Could I have broken out the radio chipsets and connected those to a more general-purpose Arduino configuration?  Sure.  But then you start getting into the benefits of a complete board design for the purposes of battery life and supportability.  Again, I took the "my time has value" road and implemented what (today) feels like a reasonable compromise on price/quality.

Every design is a compromise, but this is a pretty simple method to allow you to focus on the actual problem you're solving instead of focusing on hardware.  These small Feather boards are low power enough for most things and the radio is strong enough for most things and the RPi is flexible enough for most things, etc.  Individual components might change, but overall this works fairly well as a bridge between the world of packet radio and standard TCP/IP protocols.

General Caveats

This design assumes sporadic radio transmissions from nodes vs. continuous.  

Using serial as a communications method for connecting things may seem a little backward to people.  Sure it's slow by comparison to other protocols, but it pretty much works as it has worked for decades.  So unless you're communicating with hundreds of nodes every millisecond or two, then it is plenty fast for pretty much as many nodes as you can manage.

This design assumes a single receiver

In my own deployment I'm actually using multiple receivers.  The problem is that the webservice I am connecting to in my own use case (for some reason I cannot fathom) only expects communications from a single IP address (I'll rant about that for the rest of this post if I don't just stop now...).  So I actually drop multiple receivers (Arduino/Pi combo on the right) out and have them all fwd the transmissions via a sockets connection (see my other article) to the "real" receiver which then transmits the data ultimately to the webservice.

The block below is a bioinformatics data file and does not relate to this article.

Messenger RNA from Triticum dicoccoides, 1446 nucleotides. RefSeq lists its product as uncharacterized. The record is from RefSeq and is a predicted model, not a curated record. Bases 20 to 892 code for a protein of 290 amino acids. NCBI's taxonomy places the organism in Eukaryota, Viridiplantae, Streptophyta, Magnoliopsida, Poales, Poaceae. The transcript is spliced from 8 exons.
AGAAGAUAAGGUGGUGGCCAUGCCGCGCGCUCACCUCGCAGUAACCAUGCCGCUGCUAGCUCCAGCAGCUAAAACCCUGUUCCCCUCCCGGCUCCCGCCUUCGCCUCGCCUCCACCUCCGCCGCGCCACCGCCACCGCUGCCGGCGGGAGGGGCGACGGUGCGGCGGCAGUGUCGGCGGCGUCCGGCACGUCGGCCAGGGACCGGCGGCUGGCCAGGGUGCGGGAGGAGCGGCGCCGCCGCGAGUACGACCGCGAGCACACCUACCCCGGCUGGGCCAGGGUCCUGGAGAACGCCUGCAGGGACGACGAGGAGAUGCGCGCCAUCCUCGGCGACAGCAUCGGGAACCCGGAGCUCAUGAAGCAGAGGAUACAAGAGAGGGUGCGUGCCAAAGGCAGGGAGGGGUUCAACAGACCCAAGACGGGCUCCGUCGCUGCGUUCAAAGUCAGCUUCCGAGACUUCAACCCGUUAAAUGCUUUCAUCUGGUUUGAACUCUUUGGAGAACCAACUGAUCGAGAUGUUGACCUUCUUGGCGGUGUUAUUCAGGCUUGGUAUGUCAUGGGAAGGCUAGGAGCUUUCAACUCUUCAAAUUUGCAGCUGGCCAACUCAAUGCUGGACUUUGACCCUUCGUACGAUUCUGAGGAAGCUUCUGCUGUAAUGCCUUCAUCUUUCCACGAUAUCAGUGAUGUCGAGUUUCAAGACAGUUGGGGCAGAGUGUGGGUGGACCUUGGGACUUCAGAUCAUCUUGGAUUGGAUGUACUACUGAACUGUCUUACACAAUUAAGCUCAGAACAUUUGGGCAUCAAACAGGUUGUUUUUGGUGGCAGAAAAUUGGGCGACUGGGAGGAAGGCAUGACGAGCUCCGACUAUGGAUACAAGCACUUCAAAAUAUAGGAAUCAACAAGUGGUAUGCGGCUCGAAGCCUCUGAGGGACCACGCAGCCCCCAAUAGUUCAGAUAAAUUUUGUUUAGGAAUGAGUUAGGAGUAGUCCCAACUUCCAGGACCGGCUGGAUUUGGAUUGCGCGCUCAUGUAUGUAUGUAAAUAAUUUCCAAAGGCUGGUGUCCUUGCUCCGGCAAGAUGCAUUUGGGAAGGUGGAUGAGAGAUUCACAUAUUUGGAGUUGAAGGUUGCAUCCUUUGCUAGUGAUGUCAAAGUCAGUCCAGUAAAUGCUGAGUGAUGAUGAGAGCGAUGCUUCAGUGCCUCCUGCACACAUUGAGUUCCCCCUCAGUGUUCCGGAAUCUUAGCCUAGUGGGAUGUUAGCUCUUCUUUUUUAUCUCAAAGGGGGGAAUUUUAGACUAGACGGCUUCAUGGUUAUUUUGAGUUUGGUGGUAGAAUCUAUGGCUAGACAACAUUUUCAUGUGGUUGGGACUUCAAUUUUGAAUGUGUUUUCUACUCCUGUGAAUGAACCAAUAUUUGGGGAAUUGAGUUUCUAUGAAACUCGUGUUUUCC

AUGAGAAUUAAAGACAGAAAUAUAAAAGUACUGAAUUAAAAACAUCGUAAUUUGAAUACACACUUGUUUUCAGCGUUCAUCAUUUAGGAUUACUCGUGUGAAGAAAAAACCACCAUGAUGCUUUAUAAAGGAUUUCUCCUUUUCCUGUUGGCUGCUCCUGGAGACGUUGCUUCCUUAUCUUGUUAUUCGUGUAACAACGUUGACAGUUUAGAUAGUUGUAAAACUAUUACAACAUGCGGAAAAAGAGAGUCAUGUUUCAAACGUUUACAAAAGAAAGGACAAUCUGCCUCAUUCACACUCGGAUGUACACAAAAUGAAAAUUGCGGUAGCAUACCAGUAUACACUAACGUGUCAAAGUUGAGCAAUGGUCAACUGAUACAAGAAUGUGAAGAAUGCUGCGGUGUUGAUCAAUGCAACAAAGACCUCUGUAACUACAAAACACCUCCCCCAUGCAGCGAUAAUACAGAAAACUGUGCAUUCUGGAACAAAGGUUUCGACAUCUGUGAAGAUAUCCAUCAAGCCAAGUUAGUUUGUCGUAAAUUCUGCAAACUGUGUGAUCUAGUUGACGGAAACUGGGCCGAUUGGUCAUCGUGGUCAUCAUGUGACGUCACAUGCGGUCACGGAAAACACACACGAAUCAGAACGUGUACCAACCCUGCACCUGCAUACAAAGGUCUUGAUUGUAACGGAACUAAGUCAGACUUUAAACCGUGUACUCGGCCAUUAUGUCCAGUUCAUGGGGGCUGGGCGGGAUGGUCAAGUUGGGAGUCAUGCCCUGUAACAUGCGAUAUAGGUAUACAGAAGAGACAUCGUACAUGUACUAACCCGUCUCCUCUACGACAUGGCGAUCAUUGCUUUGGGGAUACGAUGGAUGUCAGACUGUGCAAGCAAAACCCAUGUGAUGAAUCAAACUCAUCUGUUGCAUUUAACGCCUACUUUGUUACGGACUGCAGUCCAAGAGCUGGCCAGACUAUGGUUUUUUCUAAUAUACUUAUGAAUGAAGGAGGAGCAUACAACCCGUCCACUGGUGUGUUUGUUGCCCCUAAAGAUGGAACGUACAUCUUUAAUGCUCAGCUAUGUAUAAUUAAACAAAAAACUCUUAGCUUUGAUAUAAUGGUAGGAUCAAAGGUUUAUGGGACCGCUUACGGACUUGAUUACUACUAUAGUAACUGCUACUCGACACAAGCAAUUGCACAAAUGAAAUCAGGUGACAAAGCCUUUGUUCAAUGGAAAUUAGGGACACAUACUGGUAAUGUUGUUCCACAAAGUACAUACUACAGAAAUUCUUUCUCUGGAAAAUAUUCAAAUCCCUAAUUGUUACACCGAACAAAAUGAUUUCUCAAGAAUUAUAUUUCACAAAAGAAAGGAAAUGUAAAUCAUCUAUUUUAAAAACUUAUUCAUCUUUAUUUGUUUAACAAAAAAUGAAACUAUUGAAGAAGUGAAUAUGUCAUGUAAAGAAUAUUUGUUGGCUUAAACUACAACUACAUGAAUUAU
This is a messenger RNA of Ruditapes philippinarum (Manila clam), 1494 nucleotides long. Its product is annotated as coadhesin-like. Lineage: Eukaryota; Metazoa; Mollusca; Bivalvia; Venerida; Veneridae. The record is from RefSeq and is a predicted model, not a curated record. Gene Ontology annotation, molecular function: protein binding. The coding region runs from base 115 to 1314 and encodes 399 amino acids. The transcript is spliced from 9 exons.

Multiple Receiver Failover

If you care about reach and connectivity then you start considering designs that include multiple receivers.  In some aspects this is easy.  In fact, you could actually configure a receiver to accept packets from all transmitters (e.g. promiscuous mode).  I didn't find good documentation on that, but I also felt it might bring some risks of event duplication into my own design.  So while I could have started tagging each of my transmissions also with an incrementing ID, I went simpler and did a multi-receiver build that was designed around the clients scrolling through a list of them.  

The design wound up looking similar to the original one above.

A simple failover style design

What it all came down to was just programming each client (far left) to have a list of possible receivers and to scroll through that list and attempt to get an ACK back from them.  If it was successful then it started with that receiver going fwd, if not, then it moved on through the list until it found one or the list ran out.

It definitely would save a bit more battery on the clients if I just had enabled "promiscuous mode" on the receivers.  Considering that you're talking about doing a couple of less than 1 second attempts to communicate, I just decided that was yet again:  good enough.